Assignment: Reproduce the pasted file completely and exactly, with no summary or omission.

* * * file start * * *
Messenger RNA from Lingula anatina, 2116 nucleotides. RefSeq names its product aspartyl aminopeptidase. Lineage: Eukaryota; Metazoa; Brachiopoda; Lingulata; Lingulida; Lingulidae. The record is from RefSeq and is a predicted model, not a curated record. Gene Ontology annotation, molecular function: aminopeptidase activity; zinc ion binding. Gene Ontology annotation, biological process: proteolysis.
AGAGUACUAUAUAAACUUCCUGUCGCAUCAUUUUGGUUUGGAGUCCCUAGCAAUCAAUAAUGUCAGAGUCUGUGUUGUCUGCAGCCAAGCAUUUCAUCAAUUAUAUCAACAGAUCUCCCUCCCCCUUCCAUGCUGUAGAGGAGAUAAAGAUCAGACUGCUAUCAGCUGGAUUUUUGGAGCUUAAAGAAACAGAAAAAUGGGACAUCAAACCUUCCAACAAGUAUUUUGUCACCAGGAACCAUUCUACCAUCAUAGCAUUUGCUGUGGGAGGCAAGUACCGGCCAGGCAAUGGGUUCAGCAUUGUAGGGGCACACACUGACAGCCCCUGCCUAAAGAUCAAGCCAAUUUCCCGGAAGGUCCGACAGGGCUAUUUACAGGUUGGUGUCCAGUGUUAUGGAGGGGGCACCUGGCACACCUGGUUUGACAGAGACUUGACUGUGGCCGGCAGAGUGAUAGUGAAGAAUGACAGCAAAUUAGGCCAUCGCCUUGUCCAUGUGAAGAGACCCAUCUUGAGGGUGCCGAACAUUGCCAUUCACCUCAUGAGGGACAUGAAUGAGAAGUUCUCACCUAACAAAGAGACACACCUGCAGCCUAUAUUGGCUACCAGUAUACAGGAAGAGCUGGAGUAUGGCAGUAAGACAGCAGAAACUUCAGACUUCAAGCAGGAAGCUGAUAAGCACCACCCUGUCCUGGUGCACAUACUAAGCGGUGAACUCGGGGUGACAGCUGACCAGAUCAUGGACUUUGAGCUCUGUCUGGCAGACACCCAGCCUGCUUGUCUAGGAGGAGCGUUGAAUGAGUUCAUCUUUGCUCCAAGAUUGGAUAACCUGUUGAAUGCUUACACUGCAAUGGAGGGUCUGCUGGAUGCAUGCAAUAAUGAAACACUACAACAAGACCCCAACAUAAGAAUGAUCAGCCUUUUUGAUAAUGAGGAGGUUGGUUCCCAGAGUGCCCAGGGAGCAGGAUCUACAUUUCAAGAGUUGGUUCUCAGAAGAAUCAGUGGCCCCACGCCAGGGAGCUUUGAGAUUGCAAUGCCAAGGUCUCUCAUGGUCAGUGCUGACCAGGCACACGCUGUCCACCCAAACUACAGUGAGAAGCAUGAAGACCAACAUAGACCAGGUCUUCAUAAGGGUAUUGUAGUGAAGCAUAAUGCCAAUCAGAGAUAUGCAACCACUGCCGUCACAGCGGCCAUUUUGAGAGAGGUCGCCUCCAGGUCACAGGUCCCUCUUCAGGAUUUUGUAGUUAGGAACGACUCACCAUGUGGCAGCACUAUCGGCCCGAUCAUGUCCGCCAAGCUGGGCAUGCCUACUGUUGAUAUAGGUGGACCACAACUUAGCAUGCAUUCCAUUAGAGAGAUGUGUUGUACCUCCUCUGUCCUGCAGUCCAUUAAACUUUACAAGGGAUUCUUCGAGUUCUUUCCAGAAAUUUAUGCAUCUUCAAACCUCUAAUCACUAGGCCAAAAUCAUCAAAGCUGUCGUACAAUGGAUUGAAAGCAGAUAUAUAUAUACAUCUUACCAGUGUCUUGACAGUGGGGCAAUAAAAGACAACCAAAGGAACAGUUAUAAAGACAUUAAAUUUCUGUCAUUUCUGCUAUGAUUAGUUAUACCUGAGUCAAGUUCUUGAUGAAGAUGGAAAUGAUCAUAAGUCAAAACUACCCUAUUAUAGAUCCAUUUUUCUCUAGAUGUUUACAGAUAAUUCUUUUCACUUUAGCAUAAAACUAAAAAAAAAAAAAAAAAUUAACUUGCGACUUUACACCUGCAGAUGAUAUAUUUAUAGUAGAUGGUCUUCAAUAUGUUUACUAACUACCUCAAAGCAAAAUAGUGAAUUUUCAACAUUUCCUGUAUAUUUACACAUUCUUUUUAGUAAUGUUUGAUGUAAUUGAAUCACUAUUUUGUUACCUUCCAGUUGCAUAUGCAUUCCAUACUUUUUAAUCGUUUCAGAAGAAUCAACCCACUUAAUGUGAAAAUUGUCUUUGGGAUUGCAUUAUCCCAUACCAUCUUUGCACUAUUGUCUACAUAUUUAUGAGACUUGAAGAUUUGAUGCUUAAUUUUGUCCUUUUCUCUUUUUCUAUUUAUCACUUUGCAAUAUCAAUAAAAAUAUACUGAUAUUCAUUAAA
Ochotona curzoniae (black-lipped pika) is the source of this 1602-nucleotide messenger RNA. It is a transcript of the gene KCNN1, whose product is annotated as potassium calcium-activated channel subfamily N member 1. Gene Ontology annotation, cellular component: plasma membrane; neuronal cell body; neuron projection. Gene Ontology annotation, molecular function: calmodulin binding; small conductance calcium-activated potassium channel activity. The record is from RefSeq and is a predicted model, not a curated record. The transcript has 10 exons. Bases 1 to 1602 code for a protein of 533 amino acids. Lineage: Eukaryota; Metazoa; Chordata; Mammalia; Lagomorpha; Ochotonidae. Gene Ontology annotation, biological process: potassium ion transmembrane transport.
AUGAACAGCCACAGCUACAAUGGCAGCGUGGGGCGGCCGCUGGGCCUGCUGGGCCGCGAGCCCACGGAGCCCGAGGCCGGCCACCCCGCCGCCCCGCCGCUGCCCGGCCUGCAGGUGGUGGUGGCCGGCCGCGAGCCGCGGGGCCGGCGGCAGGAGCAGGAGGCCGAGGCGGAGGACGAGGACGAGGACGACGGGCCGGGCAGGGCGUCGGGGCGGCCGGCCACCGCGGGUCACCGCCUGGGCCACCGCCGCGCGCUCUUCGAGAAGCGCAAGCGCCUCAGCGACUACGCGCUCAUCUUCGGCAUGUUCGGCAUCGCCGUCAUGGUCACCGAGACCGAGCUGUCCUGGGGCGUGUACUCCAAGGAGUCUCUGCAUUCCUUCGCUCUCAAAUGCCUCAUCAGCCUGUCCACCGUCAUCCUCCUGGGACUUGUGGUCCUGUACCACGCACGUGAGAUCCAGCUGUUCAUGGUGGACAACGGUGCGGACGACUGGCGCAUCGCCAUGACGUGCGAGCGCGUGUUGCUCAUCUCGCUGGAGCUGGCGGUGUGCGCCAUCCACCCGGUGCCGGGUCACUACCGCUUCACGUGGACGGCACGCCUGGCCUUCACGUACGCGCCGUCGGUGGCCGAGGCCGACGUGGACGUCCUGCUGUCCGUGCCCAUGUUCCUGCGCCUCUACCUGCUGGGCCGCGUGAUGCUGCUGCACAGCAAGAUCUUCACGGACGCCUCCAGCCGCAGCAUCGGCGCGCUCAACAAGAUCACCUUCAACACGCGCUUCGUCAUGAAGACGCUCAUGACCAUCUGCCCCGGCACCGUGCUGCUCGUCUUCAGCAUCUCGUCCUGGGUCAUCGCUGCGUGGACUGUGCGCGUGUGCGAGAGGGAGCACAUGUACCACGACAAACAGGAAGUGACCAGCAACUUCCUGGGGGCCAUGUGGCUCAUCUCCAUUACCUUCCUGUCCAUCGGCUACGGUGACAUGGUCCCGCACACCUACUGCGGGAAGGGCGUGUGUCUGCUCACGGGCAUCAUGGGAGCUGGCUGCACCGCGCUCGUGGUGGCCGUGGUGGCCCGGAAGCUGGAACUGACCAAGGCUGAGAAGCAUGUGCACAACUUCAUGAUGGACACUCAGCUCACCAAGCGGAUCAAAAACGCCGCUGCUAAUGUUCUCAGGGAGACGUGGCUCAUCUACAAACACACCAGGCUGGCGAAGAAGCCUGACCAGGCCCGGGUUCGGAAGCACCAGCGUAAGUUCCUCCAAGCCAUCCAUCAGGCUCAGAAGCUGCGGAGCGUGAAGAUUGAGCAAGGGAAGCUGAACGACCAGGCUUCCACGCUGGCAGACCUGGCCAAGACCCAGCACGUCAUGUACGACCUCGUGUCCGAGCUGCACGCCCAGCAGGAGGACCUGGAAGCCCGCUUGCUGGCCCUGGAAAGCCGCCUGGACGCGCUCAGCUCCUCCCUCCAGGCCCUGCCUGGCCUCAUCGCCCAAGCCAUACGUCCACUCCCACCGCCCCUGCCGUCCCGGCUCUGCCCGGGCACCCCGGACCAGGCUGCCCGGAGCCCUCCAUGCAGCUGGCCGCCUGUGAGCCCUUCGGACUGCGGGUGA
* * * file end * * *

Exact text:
Messenger RNA from Lingula anatina, 2116 nucleotides. RefSeq names its product aspartyl aminopeptidase. Lineage: Eukaryota; Metazoa; Brachiopoda; Lingulata; Lingulida; Lingulidae. The record is from RefSeq and is a predicted model, not a curated record. Gene Ontology annotation, molecular function: aminopeptidase activity; zinc ion binding. Gene Ontology annotation, biological process: proteolysis.
AGAGUACUAUAUAAACUUCCUGUCGCAUCAUUUUGGUUUGGAGUCCCUAGCAAUCAAUAAUGUCAGAGUCUGUGUUGUCUGCAGCCAAGCAUUUCAUCAAUUAUAUCAACAGAUCUCCCUCCCCCUUCCAUGCUGUAGAGGAGAUAAAGAUCAGACUGCUAUCAGCUGGAUUUUUGGAGCUUAAAGAAACAGAAAAAUGGGACAUCAAACCUUCCAACAAGUAUUUUGUCACCAGGAACCAUUCUACCAUCAUAGCAUUUGCUGUGGGAGGCAAGUACCGGCCAGGCAAUGGGUUCAGCAUUGUAGGGGCACACACUGACAGCCCCUGCCUAAAGAUCAAGCCAAUUUCCCGGAAGGUCCGACAGGGCUAUUUACAGGUUGGUGUCCAGUGUUAUGGAGGGGGCACCUGGCACACCUGGUUUGACAGAGACUUGACUGUGGCCGGCAGAGUGAUAGUGAAGAAUGACAGCAAAUUAGGCCAUCGCCUUGUCCAUGUGAAGAGACCCAUCUUGAGGGUGCCGAACAUUGCCAUUCACCUCAUGAGGGACAUGAAUGAGAAGUUCUCACCUAACAAAGAGACACACCUGCAGCCUAUAUUGGCUACCAGUAUACAGGAAGAGCUGGAGUAUGGCAGUAAGACAGCAGAAACUUCAGACUUCAAGCAGGAAGCUGAUAAGCACCACCCUGUCCUGGUGCACAUACUAAGCGGUGAACUCGGGGUGACAGCUGACCAGAUCAUGGACUUUGAGCUCUGUCUGGCAGACACCCAGCCUGCUUGUCUAGGAGGAGCGUUGAAUGAGUUCAUCUUUGCUCCAAGAUUGGAUAACCUGUUGAAUGCUUACACUGCAAUGGAGGGUCUGCUGGAUGCAUGCAAUAAUGAAACACUACAACAAGACCCCAACAUAAGAAUGAUCAGCCUUUUUGAUAAUGAGGAGGUUGGUUCCCAGAGUGCCCAGGGAGCAGGAUCUACAUUUCAAGAGUUGGUUCUCAGAAGAAUCAGUGGCCCCACGCCAGGGAGCUUUGAGAUUGCAAUGCCAAGGUCUCUCAUGGUCAGUGCUGACCAGGCACACGCUGUCCACCCAAACUACAGUGAGAAGCAUGAAGACCAACAUAGACCAGGUCUUCAUAAGGGUAUUGUAGUGAAGCAUAAUGCCAAUCAGAGAUAUGCAACCACUGCCGUCACAGCGGCCAUUUUGAGAGAGGUCGCCUCCAGGUCACAGGUCCCUCUUCAGGAUUUUGUAGUUAGGAACGACUCACCAUGUGGCAGCACUAUCGGCCCGAUCAUGUCCGCCAAGCUGGGCAUGCCUACUGUUGAUAUAGGUGGACCACAACUUAGCAUGCAUUCCAUUAGAGAGAUGUGUUGUACCUCCUCUGUCCUGCAGUCCAUUAAACUUUACAAGGGAUUCUUCGAGUUCUUUCCAGAAAUUUAUGCAUCUUCAAACCUCUAAUCACUAGGCCAAAAUCAUCAAAGCUGUCGUACAAUGGAUUGAAAGCAGAUAUAUAUAUACAUCUUACCAGUGUCUUGACAGUGGGGCAAUAAAAGACAACCAAAGGAACAGUUAUAAAGACAUUAAAUUUCUGUCAUUUCUGCUAUGAUUAGUUAUACCUGAGUCAAGUUCUUGAUGAAGAUGGAAAUGAUCAUAAGUCAAAACUACCCUAUUAUAGAUCCAUUUUUCUCUAGAUGUUUACAGAUAAUUCUUUUCACUUUAGCAUAAAACUAAAAAAAAAAAAAAAAAUUAACUUGCGACUUUACACCUGCAGAUGAUAUAUUUAUAGUAGAUGGUCUUCAAUAUGUUUACUAACUACCUCAAAGCAAAAUAGUGAAUUUUCAACAUUUCCUGUAUAUUUACACAUUCUUUUUAGUAAUGUUUGAUGUAAUUGAAUCACUAUUUUGUUACCUUCCAGUUGCAUAUGCAUUCCAUACUUUUUAAUCGUUUCAGAAGAAUCAACCCACUUAAUGUGAAAAUUGUCUUUGGGAUUGCAUUAUCCCAUACCAUCUUUGCACUAUUGUCUACAUAUUUAUGAGACUUGAAGAUUUGAUGCUUAAUUUUGUCCUUUUCUCUUUUUCUAUUUAUCACUUUGCAAUAUCAAUAAAAAUAUACUGAUAUUCAUUAAA
Ochotona curzoniae (black-lipped pika) is the source of this 1602-nucleotide messenger RNA. It is a transcript of the gene KCNN1, whose product is annotated as potassium calcium-activated channel subfamily N member 1. Gene Ontology annotation, cellular component: plasma membrane; neuronal cell body; neuron projection. Gene Ontology annotation, molecular function: calmodulin binding; small conductance calcium-activated potassium channel activity. The record is from RefSeq and is a predicted model, not a curated record. The transcript has 10 exons. Bases 1 to 1602 code for a protein of 533 amino acids. Lineage: Eukaryota; Metazoa; Chordata; Mammalia; Lagomorpha; Ochotonidae. Gene Ontology annotation, biological process: potassium ion transmembrane transport.
AUGAACAGCCACAGCUACAAUGGCAGCGUGGGGCGGCCGCUGGGCCUGCUGGGCCGCGAGCCCACGGAGCCCGAGGCCGGCCACCCCGCCGCCCCGCCGCUGCCCGGCCUGCAGGUGGUGGUGGCCGGCCGCGAGCCGCGGGGCCGGCGGCAGGAGCAGGAGGCCGAGGCGGAGGACGAGGACGAGGACGACGGGCCGGGCAGGGCGUCGGGGCGGCCGGCCACCGCGGGUCACCGCCUGGGCCACCGCCGCGCGCUCUUCGAGAAGCGCAAGCGCCUCAGCGACUACGCGCUCAUCUUCGGCAUGUUCGGCAUCGCCGUCAUGGUCACCGAGACCGAGCUGUCCUGGGGCGUGUACUCCAAGGAGUCUCUGCAUUCCUUCGCUCUCAAAUGCCUCAUCAGCCUGUCCACCGUCAUCCUCCUGGGACUUGUGGUCCUGUACCACGCACGUGAGAUCCAGCUGUUCAUGGUGGACAACGGUGCGGACGACUGGCGCAUCGCCAUGACGUGCGAGCGCGUGUUGCUCAUCUCGCUGGAGCUGGCGGUGUGCGCCAUCCACCCGGUGCCGGGUCACUACCGCUUCACGUGGACGGCACGCCUGGCCUUCACGUACGCGCCGUCGGUGGCCGAGGCCGACGUGGACGUCCUGCUGUCCGUGCCCAUGUUCCUGCGCCUCUACCUGCUGGGCCGCGUGAUGCUGCUGCACAGCAAGAUCUUCACGGACGCCUCCAGCCGCAGCAUCGGCGCGCUCAACAAGAUCACCUUCAACACGCGCUUCGUCAUGAAGACGCUCAUGACCAUCUGCCCCGGCACCGUGCUGCUCGUCUUCAGCAUCUCGUCCUGGGUCAUCGCUGCGUGGACUGUGCGCGUGUGCGAGAGGGAGCACAUGUACCACGACAAACAGGAAGUGACCAGCAACUUCCUGGGGGCCAUGUGGCUCAUCUCCAUUACCUUCCUGUCCAUCGGCUACGGUGACAUGGUCCCGCACACCUACUGCGGGAAGGGCGUGUGUCUGCUCACGGGCAUCAUGGGAGCUGGCUGCACCGCGCUCGUGGUGGCCGUGGUGGCCCGGAAGCUGGAACUGACCAAGGCUGAGAAGCAUGUGCACAACUUCAUGAUGGACACUCAGCUCACCAAGCGGAUCAAAAACGCCGCUGCUAAUGUUCUCAGGGAGACGUGGCUCAUCUACAAACACACCAGGCUGGCGAAGAAGCCUGACCAGGCCCGGGUUCGGAAGCACCAGCGUAAGUUCCUCCAAGCCAUCCAUCAGGCUCAGAAGCUGCGGAGCGUGAAGAUUGAGCAAGGGAAGCUGAACGACCAGGCUUCCACGCUGGCAGACCUGGCCAAGACCCAGCACGUCAUGUACGACCUCGUGUCCGAGCUGCACGCCCAGCAGGAGGACCUGGAAGCCCGCUUGCUGGCCCUGGAAAGCCGCCUGGACGCGCUCAGCUCCUCCCUCCAGGCCCUGCCUGGCCUCAUCGCCCAAGCCAUACGUCCACUCCCACCGCCCCUGCCGUCCCGGCUCUGCCCGGGCACCCCGGACCAGGCUGCCCGGAGCCCUCCAUGCAGCUGGCCGCCUGUGAGCCCUUCGGACUGCGGGUGA